Newt Gingrich, acknowledging that the Granite State is Romney country, attacked the current front-runner as a Massachusetts moderate, but he saved his sharpest criticism for Rep. Ron Paul (Tex.), whose supporters showed up outside a Gingrich event here with a poster of a famous New York tabloid cover depicting Gingrich, clad in diapers and wielding a rattle, as a crybaby.
On the airwaves, Paul, who will hold his first post-Iowa-caucus events here Friday, attacked Romney and Gingrich as being too close to Washington.
And Rick Santorum, fresh off a near-win in Iowa, pushed back against Gingrich, who dismissed the former senator from Pennsylvania as a “junior partner” during their time in Congress.
Santorum also forcefully tried to strip Gingrich of some of the credit for the 1994 Republican Revolution, which made Gingrich speaker of the House and is central to his claim that he is the truest conservative in the field.
“He sat on the sideline when I was out there putting my face and putting my reputation out to try to reform Congress,” Santorum told reporters in Northfield. “I think that tells you who’s got the courage to stand up and fight.”
Former Utah governor Jon Huntsman, who has lagged in the polls but devoted intense energy to New Hampshire, got a boost Thursday when he won the endorsement of the Boston Globe, Romney’s home-state newspaper.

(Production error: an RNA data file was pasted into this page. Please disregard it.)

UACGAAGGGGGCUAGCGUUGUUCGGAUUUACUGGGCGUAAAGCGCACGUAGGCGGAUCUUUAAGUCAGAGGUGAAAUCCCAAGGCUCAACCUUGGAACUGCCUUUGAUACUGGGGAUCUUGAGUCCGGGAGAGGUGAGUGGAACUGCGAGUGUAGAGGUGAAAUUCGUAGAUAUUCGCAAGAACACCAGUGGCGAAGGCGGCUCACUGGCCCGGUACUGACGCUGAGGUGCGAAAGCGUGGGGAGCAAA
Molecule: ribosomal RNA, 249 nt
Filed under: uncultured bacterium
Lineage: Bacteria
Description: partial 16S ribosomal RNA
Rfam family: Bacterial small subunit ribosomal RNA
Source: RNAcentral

But with a single weekend of campaigning left before Tuesday’s primary, with 23 delegates up for grabs, most candidates seemed split on whom to take the fight to — and unsure as to how to make their lines stick.
Beyond that, their messages and their reasons for running are coming across as muddled to some voters, who have been bombarded with ads and mailings.
Santorum, who added $2 million to his campaign war chest in the two days since his surprise second-place finish in Iowa, faced boos at a stop in Durham as he answered questions about his position on same-sex marriage. He is a longtime opponent of gay rights, which makes him popular with many conservative voters.
But while speaking at New England College, he was challenged on his position.
Santorum, who is accustomed to questioning from students and seems to somewhat relish it, first tried arguing that there is no compelling reason to change the laws banning same-sex marriage.
“Don’t you have to make a positive argument that the law should be changed?” he asked the crowd. “You, the person who wants to do this, tell me, what is the justification? What is the public purpose?” The event ended in boos for the candidate.